Statistical analysis

Data are presented as the mean ± standard deviation (SD) of four independent experiments, and were analyzed using GraphPad Prism 8.0 (GraphPad Inc, San Diego, USA). The Shapiro–Wilk test was used to check data normality. The student's t-test was used to evaluate the difference between the two groups when the data were in accordance with the normal distribution. P value < 0.05 was considered to be statistically significant.


DEGs in DCM and functional enrichment analysis

Flowchart of overall data screening strategy was shown in Fig. 1. Three DCM-related GEO datasets, GSE4745, GSE5606, and GSE6880, were obtained for analysis. Differential analysis demonstrated 293 DEGs in the GSE4745 dataset, including 149 genes up-regulated and 144 genes down-regulated in DCM samples in comparison to normal samples; 544 DEGs in the GSE5606 dataset, including 269 up-regulated and 275 down-regulated genes; and 463 DEGs in the GSE6880 dataset, including 262 up-regulated and 201 down-regulated genes. The DEGs were visualized as Volcano Plots and Heatmaps (Fig. 2a–f).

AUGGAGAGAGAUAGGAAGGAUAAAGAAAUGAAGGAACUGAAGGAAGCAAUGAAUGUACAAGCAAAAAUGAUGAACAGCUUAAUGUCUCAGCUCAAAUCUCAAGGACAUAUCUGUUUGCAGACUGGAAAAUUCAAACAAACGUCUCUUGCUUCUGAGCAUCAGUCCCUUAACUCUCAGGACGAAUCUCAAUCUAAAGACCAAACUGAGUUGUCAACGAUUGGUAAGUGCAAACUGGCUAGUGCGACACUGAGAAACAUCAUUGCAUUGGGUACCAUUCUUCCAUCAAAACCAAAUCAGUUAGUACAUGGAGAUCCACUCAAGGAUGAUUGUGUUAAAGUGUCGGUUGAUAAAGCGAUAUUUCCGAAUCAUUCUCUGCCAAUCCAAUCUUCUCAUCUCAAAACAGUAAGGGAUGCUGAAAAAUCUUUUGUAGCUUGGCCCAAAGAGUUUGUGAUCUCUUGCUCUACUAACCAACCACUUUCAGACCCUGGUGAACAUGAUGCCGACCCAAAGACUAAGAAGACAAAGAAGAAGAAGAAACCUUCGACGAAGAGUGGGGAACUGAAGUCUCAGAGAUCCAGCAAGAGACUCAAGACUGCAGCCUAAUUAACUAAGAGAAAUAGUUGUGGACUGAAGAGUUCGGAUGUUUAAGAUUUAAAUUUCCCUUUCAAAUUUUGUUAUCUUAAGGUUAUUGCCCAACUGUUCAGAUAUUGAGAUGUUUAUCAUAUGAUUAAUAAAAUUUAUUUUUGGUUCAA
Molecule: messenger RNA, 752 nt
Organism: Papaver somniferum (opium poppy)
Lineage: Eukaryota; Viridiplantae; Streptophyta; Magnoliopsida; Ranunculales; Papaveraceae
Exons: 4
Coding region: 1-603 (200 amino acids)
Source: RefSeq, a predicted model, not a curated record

Fig. 1
figure 1

Flowchart of the multistep screening strategy on bioinformatics data

Fig. 2
figure 2

DEGs in DCM and results of GSEA analysis. ac Volcano plot of DEGs in GSE4745, GSE5606, GSE6880; df Clustered heatmap of DEGs in GSE4745, GSE5606, GSE6880; gi GSEA profiles depicting the 7 significant GSEA sets in lipid metabolism; j 3 significant GSEA sets in oxidative stress; k, l 4 significant GSEA sets in immunity; m, n 10 significant GSEA sets in collagen biosynthesis